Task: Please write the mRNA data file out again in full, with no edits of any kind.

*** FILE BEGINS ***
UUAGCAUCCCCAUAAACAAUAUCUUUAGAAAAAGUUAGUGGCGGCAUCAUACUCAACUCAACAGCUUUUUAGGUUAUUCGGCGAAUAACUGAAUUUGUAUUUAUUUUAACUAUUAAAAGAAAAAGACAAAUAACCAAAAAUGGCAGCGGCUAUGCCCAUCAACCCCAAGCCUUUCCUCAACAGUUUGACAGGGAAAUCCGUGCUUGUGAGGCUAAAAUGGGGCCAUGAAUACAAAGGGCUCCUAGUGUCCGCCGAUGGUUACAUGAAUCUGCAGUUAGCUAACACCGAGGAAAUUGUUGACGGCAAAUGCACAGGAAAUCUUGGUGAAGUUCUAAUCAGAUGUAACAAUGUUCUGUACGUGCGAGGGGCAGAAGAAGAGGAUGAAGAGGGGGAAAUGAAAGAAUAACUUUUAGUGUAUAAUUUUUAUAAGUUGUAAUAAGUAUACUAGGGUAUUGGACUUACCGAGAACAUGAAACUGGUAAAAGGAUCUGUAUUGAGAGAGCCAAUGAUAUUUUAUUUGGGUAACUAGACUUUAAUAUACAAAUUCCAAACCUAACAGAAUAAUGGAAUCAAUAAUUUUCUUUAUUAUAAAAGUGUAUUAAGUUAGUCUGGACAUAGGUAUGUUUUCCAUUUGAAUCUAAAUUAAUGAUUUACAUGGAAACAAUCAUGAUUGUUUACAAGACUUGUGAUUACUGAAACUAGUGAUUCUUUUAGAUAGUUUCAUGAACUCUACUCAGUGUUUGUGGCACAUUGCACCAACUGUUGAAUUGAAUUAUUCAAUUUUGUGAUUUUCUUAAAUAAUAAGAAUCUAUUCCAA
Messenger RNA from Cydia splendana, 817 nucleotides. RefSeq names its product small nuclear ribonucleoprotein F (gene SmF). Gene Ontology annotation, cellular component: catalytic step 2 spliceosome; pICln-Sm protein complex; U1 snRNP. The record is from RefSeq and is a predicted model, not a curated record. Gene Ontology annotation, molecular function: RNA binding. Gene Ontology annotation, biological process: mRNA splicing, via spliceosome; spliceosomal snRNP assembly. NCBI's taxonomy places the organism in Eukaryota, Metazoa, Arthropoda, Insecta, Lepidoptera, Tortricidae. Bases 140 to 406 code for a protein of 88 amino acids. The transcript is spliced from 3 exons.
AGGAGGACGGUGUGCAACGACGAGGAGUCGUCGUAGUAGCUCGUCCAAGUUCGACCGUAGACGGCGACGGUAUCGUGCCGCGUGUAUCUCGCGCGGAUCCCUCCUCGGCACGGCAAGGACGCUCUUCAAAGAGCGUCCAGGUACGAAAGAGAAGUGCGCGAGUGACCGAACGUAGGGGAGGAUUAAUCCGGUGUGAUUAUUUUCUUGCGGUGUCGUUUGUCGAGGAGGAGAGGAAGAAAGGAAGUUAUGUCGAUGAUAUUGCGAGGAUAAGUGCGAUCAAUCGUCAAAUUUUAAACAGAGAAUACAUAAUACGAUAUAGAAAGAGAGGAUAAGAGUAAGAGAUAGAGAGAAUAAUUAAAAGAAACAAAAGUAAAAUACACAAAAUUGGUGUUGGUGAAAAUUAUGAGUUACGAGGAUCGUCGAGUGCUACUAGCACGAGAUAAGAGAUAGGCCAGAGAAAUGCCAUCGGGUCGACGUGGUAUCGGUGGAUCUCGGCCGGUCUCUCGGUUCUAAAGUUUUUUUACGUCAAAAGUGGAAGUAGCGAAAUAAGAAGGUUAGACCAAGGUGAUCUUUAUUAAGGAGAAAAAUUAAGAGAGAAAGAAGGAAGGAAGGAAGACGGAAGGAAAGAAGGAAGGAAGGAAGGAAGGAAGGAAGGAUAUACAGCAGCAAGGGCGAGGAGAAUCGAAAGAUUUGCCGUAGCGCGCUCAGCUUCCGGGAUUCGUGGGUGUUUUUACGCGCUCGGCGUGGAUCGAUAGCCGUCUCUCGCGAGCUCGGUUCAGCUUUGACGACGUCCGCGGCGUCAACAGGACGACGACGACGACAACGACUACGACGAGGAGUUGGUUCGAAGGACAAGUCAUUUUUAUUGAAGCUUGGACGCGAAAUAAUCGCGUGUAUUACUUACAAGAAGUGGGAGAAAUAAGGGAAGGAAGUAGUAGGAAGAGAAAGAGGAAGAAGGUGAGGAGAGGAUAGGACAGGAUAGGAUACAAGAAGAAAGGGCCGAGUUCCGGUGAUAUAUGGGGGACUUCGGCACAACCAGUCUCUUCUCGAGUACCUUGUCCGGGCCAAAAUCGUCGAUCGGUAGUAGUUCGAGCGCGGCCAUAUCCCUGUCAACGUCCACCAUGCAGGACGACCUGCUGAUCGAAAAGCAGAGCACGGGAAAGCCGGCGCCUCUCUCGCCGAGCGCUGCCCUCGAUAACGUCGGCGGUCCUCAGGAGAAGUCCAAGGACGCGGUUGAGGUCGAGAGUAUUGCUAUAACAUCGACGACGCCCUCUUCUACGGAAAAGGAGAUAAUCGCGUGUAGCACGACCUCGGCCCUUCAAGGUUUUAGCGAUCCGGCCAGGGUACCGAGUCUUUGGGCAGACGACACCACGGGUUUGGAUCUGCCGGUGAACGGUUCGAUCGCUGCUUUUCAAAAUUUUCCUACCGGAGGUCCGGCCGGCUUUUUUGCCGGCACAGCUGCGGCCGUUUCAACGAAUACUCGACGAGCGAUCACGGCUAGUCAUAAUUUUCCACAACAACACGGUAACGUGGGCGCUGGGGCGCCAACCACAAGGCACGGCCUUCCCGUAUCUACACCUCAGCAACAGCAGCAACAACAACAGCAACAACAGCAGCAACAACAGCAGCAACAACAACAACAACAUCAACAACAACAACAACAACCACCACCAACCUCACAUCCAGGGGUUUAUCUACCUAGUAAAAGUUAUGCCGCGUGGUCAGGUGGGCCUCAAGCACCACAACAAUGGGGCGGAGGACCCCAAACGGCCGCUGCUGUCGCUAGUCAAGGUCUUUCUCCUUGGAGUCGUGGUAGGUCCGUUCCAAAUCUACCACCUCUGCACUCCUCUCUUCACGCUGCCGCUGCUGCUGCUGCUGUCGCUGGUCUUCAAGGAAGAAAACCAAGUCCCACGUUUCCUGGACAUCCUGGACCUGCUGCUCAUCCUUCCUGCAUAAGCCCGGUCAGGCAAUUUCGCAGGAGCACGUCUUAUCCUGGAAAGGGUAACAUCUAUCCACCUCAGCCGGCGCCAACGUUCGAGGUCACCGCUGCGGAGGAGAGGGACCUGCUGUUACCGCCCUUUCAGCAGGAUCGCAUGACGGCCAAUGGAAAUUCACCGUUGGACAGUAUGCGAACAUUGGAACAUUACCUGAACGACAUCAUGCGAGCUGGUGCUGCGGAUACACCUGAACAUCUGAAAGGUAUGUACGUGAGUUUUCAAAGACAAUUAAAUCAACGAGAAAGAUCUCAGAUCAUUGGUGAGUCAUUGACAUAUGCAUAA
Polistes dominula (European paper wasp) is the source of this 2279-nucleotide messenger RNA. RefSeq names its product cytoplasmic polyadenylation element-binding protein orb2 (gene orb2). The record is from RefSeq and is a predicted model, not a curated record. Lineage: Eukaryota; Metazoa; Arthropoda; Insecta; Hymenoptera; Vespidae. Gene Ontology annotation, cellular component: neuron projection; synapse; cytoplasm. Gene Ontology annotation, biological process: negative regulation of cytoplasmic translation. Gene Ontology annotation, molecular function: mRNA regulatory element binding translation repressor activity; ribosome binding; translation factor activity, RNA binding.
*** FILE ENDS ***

UUAGCAUCCCCAUAAACAAUAUCUUUAGAAAAAGUUAGUGGCGGCAUCAUACUCAACUCAACAGCUUUUUAGGUUAUUCGGCGAAUAACUGAAUUUGUAUUUAUUUUAACUAUUAAAAGAAAAAGACAAAUAACCAAAAAUGGCAGCGGCUAUGCCCAUCAACCCCAAGCCUUUCCUCAACAGUUUGACAGGGAAAUCCGUGCUUGUGAGGCUAAAAUGGGGCCAUGAAUACAAAGGGCUCCUAGUGUCCGCCGAUGGUUACAUGAAUCUGCAGUUAGCUAACACCGAGGAAAUUGUUGACGGCAAAUGCACAGGAAAUCUUGGUGAAGUUCUAAUCAGAUGUAACAAUGUUCUGUACGUGCGAGGGGCAGAAGAAGAGGAUGAAGAGGGGGAAAUGAAAGAAUAACUUUUAGUGUAUAAUUUUUAUAAGUUGUAAUAAGUAUACUAGGGUAUUGGACUUACCGAGAACAUGAAACUGGUAAAAGGAUCUGUAUUGAGAGAGCCAAUGAUAUUUUAUUUGGGUAACUAGACUUUAAUAUACAAAUUCCAAACCUAACAGAAUAAUGGAAUCAAUAAUUUUCUUUAUUAUAAAAGUGUAUUAAGUUAGUCUGGACAUAGGUAUGUUUUCCAUUUGAAUCUAAAUUAAUGAUUUACAUGGAAACAAUCAUGAUUGUUUACAAGACUUGUGAUUACUGAAACUAGUGAUUCUUUUAGAUAGUUUCAUGAACUCUACUCAGUGUUUGUGGCACAUUGCACCAACUGUUGAAUUGAAUUAUUCAAUUUUGUGAUUUUCUUAAAUAAUAAGAAUCUAUUCCAA
Messenger RNA from Cydia splendana, 817 nucleotides. RefSeq names its product small nuclear ribonucleoprotein F (gene SmF). Gene Ontology annotation, cellular component: catalytic step 2 spliceosome; pICln-Sm protein complex; U1 snRNP. The record is from RefSeq and is a predicted model, not a curated record. Gene Ontology annotation, molecular function: RNA binding. Gene Ontology annotation, biological process: mRNA splicing, via spliceosome; spliceosomal snRNP assembly. NCBI's taxonomy places the organism in Eukaryota, Metazoa, Arthropoda, Insecta, Lepidoptera, Tortricidae. Bases 140 to 406 code for a protein of 88 amino acids. The transcript is spliced from 3 exons.
AGGAGGACGGUGUGCAACGACGAGGAGUCGUCGUAGUAGCUCGUCCAAGUUCGACCGUAGACGGCGACGGUAUCGUGCCGCGUGUAUCUCGCGCGGAUCCCUCCUCGGCACGGCAAGGACGCUCUUCAAAGAGCGUCCAGGUACGAAAGAGAAGUGCGCGAGUGACCGAACGUAGGGGAGGAUUAAUCCGGUGUGAUUAUUUUCUUGCGGUGUCGUUUGUCGAGGAGGAGAGGAAGAAAGGAAGUUAUGUCGAUGAUAUUGCGAGGAUAAGUGCGAUCAAUCGUCAAAUUUUAAACAGAGAAUACAUAAUACGAUAUAGAAAGAGAGGAUAAGAGUAAGAGAUAGAGAGAAUAAUUAAAAGAAACAAAAGUAAAAUACACAAAAUUGGUGUUGGUGAAAAUUAUGAGUUACGAGGAUCGUCGAGUGCUACUAGCACGAGAUAAGAGAUAGGCCAGAGAAAUGCCAUCGGGUCGACGUGGUAUCGGUGGAUCUCGGCCGGUCUCUCGGUUCUAAAGUUUUUUUACGUCAAAAGUGGAAGUAGCGAAAUAAGAAGGUUAGACCAAGGUGAUCUUUAUUAAGGAGAAAAAUUAAGAGAGAAAGAAGGAAGGAAGGAAGACGGAAGGAAAGAAGGAAGGAAGGAAGGAAGGAAGGAAGGAUAUACAGCAGCAAGGGCGAGGAGAAUCGAAAGAUUUGCCGUAGCGCGCUCAGCUUCCGGGAUUCGUGGGUGUUUUUACGCGCUCGGCGUGGAUCGAUAGCCGUCUCUCGCGAGCUCGGUUCAGCUUUGACGACGUCCGCGGCGUCAACAGGACGACGACGACGACAACGACUACGACGAGGAGUUGGUUCGAAGGACAAGUCAUUUUUAUUGAAGCUUGGACGCGAAAUAAUCGCGUGUAUUACUUACAAGAAGUGGGAGAAAUAAGGGAAGGAAGUAGUAGGAAGAGAAAGAGGAAGAAGGUGAGGAGAGGAUAGGACAGGAUAGGAUACAAGAAGAAAGGGCCGAGUUCCGGUGAUAUAUGGGGGACUUCGGCACAACCAGUCUCUUCUCGAGUACCUUGUCCGGGCCAAAAUCGUCGAUCGGUAGUAGUUCGAGCGCGGCCAUAUCCCUGUCAACGUCCACCAUGCAGGACGACCUGCUGAUCGAAAAGCAGAGCACGGGAAAGCCGGCGCCUCUCUCGCCGAGCGCUGCCCUCGAUAACGUCGGCGGUCCUCAGGAGAAGUCCAAGGACGCGGUUGAGGUCGAGAGUAUUGCUAUAACAUCGACGACGCCCUCUUCUACGGAAAAGGAGAUAAUCGCGUGUAGCACGACCUCGGCCCUUCAAGGUUUUAGCGAUCCGGCCAGGGUACCGAGUCUUUGGGCAGACGACACCACGGGUUUGGAUCUGCCGGUGAACGGUUCGAUCGCUGCUUUUCAAAAUUUUCCUACCGGAGGUCCGGCCGGCUUUUUUGCCGGCACAGCUGCGGCCGUUUCAACGAAUACUCGACGAGCGAUCACGGCUAGUCAUAAUUUUCCACAACAACACGGUAACGUGGGCGCUGGGGCGCCAACCACAAGGCACGGCCUUCCCGUAUCUACACCUCAGCAACAGCAGCAACAACAACAGCAACAACAGCAGCAACAACAGCAGCAACAACAACAACAACAUCAACAACAACAACAACAACCACCACCAACCUCACAUCCAGGGGUUUAUCUACCUAGUAAAAGUUAUGCCGCGUGGUCAGGUGGGCCUCAAGCACCACAACAAUGGGGCGGAGGACCCCAAACGGCCGCUGCUGUCGCUAGUCAAGGUCUUUCUCCUUGGAGUCGUGGUAGGUCCGUUCCAAAUCUACCACCUCUGCACUCCUCUCUUCACGCUGCCGCUGCUGCUGCUGCUGUCGCUGGUCUUCAAGGAAGAAAACCAAGUCCCACGUUUCCUGGACAUCCUGGACCUGCUGCUCAUCCUUCCUGCAUAAGCCCGGUCAGGCAAUUUCGCAGGAGCACGUCUUAUCCUGGAAAGGGUAACAUCUAUCCACCUCAGCCGGCGCCAACGUUCGAGGUCACCGCUGCGGAGGAGAGGGACCUGCUGUUACCGCCCUUUCAGCAGGAUCGCAUGACGGCCAAUGGAAAUUCACCGUUGGACAGUAUGCGAACAUUGGAACAUUACCUGAACGACAUCAUGCGAGCUGGUGCUGCGGAUACACCUGAACAUCUGAAAGGUAUGUACGUGAGUUUUCAAAGACAAUUAAAUCAACGAGAAAGAUCUCAGAUCAUUGGUGAGUCAUUGACAUAUGCAUAA
Polistes dominula (European paper wasp) is the source of this 2279-nucleotide messenger RNA. RefSeq names its product cytoplasmic polyadenylation element-binding protein orb2 (gene orb2). The record is from RefSeq and is a predicted model, not a curated record. Lineage: Eukaryota; Metazoa; Arthropoda; Insecta; Hymenoptera; Vespidae. Gene Ontology annotation, cellular component: neuron projection; synapse; cytoplasm. Gene Ontology annotation, biological process: negative regulation of cytoplasmic translation. Gene Ontology annotation, molecular function: mRNA regulatory element binding translation repressor activity; ribosome binding; translation factor activity, RNA binding.